Thai Airways will cease its special Bangkok to Los Angeles flight at the end of April. It follows on from the ending of the Bangkok-New York service in 2008 and it means that Thai will no longer serve the US non-stop.
The daily non-stop A340-500 flight to Los Angeles accommodates 215 passengers in a three-class layout: business, premium economy and economy classes. It will be cut to a five times a week service from February 1 and will cease altogether on April 30.
From May 1 the service (still using the same flight numbers TG794/TG795) will operate four times a week. But it will instead be rostered for a 292-seater B777-200ER (configured for business and economy class) and instead of flying non-stop, will touch down in Seoul’s Incheon airport, as confirmed on the carrier’s website here.
As a result the flight time to the US will be extended from today’s 14 hrs 50 mins to 17 hrs 35 mins. On the way back, today’s time of 17 hrs 35 mins will become 19 hrs 40 mins.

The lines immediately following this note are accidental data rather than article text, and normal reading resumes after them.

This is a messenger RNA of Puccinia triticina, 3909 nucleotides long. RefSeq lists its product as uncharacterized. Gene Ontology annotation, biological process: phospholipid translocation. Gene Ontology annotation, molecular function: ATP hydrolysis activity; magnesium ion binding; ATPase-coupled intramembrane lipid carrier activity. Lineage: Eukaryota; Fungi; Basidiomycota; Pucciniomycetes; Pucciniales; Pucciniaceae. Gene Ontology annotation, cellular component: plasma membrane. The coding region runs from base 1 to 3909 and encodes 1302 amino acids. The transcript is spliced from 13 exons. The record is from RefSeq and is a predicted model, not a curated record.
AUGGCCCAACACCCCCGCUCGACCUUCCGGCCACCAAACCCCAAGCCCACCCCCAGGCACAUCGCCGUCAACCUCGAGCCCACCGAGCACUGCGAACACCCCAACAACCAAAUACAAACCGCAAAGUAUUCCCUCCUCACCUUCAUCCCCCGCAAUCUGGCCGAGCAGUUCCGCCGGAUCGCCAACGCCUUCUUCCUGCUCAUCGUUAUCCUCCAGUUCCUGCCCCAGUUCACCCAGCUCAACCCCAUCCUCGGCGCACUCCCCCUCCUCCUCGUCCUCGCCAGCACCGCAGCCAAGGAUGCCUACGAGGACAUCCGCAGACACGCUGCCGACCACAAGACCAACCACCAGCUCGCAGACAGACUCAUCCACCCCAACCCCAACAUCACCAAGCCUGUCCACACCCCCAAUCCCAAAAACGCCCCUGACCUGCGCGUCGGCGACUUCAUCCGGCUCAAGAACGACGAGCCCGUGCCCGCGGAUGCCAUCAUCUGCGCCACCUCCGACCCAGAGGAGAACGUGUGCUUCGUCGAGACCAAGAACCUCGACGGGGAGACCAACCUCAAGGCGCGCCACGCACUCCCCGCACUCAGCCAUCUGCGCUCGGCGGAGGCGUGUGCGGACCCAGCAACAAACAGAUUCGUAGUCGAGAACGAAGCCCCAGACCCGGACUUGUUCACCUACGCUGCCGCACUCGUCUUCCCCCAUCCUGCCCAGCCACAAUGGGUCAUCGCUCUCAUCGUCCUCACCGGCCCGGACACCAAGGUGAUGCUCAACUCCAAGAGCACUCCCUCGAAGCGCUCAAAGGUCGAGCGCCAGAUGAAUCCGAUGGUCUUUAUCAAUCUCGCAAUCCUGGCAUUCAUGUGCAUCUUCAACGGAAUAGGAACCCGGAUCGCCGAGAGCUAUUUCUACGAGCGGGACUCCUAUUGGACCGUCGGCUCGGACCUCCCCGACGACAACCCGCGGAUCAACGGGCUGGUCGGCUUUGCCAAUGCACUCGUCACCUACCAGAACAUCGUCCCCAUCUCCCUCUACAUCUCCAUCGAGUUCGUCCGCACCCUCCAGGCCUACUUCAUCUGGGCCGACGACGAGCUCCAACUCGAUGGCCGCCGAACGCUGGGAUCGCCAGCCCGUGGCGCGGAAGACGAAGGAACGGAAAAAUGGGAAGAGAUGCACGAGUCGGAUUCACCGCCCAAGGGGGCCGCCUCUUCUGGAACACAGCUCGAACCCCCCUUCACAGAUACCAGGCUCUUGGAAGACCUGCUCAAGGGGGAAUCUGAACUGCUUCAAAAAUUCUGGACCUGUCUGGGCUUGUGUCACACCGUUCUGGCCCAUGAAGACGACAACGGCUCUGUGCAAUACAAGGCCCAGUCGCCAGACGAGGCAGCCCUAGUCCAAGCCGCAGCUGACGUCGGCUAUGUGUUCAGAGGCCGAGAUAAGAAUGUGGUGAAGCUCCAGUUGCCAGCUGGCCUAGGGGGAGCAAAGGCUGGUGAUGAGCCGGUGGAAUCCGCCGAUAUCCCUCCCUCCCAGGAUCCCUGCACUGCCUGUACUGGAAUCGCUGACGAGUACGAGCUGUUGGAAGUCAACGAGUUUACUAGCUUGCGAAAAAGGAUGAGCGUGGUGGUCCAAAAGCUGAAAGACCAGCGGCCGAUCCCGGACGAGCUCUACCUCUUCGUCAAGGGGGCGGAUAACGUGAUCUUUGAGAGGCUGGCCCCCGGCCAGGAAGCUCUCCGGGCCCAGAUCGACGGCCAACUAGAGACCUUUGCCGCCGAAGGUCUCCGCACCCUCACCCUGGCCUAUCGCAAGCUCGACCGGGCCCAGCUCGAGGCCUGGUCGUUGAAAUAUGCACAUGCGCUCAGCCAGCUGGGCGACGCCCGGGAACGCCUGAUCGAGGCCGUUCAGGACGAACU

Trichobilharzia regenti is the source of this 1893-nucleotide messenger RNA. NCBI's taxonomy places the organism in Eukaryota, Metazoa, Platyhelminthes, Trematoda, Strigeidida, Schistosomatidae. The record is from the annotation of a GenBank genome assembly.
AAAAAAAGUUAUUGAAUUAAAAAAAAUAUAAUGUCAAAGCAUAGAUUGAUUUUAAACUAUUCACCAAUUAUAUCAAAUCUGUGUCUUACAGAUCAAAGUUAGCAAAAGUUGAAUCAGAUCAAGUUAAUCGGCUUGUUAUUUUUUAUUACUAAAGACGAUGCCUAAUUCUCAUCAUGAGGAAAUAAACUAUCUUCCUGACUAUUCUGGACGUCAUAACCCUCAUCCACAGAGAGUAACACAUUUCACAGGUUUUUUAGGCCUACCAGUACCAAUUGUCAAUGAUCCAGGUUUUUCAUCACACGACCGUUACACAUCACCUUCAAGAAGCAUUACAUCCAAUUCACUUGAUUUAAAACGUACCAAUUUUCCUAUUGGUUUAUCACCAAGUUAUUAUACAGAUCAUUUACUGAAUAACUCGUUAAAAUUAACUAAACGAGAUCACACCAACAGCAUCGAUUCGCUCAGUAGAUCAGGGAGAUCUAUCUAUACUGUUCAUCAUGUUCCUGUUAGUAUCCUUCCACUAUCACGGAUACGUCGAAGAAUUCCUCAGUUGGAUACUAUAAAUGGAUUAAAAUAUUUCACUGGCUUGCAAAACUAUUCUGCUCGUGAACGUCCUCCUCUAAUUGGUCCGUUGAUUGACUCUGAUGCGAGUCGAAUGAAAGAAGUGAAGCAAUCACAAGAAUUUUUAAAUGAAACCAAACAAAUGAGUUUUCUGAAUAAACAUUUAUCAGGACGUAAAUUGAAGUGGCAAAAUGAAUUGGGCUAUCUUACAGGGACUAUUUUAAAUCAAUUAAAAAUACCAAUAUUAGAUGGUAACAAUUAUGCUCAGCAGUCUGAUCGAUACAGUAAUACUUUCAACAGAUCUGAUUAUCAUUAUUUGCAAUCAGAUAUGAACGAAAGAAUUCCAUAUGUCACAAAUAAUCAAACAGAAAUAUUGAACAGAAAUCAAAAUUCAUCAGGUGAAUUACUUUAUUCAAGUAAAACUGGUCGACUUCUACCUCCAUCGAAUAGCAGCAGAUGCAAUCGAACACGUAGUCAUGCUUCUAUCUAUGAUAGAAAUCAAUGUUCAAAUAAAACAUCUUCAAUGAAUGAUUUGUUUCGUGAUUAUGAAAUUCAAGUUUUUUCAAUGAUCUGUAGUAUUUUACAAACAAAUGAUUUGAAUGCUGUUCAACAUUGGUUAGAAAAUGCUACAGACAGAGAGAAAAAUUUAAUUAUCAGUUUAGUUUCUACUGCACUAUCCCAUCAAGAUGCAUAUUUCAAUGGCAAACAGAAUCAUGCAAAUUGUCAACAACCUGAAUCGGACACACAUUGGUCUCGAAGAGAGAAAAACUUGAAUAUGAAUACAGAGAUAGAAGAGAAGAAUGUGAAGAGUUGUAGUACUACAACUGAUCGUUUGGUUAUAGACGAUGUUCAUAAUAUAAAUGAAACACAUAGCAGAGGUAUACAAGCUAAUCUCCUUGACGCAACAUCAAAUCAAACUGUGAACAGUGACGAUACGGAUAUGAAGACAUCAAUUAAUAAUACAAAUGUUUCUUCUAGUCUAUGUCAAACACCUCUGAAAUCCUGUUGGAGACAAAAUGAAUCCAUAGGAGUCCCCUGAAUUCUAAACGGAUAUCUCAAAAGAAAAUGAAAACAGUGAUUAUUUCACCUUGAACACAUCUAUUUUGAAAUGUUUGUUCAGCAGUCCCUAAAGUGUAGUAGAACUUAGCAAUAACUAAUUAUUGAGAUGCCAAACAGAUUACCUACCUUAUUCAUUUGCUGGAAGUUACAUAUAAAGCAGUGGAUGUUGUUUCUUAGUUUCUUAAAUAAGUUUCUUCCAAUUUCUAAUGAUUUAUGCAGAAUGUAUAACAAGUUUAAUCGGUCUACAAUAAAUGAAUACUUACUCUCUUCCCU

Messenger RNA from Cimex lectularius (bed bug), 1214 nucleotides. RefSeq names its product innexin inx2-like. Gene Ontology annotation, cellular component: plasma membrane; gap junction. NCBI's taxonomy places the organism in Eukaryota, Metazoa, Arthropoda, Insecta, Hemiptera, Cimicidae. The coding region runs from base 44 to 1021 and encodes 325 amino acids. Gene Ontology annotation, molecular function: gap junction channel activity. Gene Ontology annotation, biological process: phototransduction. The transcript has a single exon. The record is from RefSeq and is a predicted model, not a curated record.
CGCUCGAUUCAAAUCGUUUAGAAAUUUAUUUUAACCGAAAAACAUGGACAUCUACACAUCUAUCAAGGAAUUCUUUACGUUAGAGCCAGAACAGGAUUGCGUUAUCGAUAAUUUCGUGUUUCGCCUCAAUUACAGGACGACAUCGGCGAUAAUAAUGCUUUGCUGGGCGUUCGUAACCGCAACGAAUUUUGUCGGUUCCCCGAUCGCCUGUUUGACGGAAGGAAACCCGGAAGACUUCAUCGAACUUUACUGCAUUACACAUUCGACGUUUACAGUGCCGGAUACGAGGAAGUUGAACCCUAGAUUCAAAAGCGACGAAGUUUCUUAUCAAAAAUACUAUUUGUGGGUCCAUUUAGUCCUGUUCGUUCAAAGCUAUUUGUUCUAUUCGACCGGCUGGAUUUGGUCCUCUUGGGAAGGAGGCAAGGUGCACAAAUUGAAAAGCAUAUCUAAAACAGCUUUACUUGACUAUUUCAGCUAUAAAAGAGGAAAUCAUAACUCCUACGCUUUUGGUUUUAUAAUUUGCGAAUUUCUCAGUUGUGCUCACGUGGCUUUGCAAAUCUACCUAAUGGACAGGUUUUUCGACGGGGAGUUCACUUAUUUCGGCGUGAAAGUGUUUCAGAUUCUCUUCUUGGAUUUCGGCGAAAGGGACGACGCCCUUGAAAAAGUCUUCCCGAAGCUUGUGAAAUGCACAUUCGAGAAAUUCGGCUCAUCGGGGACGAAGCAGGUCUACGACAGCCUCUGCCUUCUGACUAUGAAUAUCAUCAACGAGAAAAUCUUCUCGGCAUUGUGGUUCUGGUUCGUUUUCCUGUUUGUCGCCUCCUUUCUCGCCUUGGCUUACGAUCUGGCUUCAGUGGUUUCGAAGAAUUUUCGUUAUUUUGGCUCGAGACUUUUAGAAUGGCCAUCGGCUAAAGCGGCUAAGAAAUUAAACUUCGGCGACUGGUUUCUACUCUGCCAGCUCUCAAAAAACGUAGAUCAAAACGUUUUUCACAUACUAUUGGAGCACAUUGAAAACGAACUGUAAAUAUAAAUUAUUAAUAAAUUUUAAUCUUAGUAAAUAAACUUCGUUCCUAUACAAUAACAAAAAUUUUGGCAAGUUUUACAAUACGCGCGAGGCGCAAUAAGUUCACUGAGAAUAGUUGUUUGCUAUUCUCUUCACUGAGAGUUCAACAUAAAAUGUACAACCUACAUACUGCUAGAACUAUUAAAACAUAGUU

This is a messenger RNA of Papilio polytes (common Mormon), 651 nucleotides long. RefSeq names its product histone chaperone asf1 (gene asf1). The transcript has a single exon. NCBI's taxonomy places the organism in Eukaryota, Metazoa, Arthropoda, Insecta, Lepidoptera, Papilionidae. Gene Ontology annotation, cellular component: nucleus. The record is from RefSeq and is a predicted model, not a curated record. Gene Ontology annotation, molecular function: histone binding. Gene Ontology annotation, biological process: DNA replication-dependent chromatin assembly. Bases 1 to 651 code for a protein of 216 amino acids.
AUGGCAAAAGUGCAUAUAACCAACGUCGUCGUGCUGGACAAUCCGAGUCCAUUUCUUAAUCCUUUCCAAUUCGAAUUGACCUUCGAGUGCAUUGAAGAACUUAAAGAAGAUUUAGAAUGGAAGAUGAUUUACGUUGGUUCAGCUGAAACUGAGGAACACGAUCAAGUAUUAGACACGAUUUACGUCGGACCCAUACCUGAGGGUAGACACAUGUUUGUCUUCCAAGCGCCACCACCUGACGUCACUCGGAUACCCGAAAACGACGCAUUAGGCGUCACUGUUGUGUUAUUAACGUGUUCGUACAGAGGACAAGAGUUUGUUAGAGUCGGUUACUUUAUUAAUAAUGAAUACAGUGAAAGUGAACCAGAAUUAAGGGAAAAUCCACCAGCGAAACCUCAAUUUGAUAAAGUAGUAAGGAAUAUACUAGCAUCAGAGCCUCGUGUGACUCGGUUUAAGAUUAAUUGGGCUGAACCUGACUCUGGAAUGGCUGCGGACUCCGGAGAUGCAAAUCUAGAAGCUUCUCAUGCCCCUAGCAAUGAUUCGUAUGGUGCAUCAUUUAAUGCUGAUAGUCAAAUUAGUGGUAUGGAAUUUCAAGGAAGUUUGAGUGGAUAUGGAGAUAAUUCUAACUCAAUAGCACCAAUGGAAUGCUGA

The A340-500 is the only aircraft in Thai’s fleet which is capable of flying to Los Angeles non-stop. It will be missed because it offered passengers an economical, yet speedy way to reach the US West Coast. And Los Angeles is home to the largest Thai population in the US.
It is true that SIA still continues with its five times a week non-stop service to Los Angeles from Singapore. But SIA operates its A340-500s in an all-business class layout and so fares are higher.
The four-engined A340-500 was conceived in the days of cheap fuel. It was specifically designed to operate non-stop routes between SE Asia and the US. But it has become uneconomical to operate on these long routes at today’s oil prices.
SIA has made the plane work for its Los Angeles and New York routes by reconfiguring the cabin to accommodate a maximum of 100 business class passengers. But Thai has remained with its three class layout and this does not generate the same passenger revenue.
It is unclear what will happen to Thai’s fleet of four A340-500s. For some time now, the airline has been trying to find a buyer but the offers for these five-year old, but unfashionable (with today’s fuel costs) planes have been derisory.
Most probably they will continue to operate other Thai routes on an ad hoc basis before being retired from the fleet.
For more information visit thaiairways.com.
Report by Alex McWhirter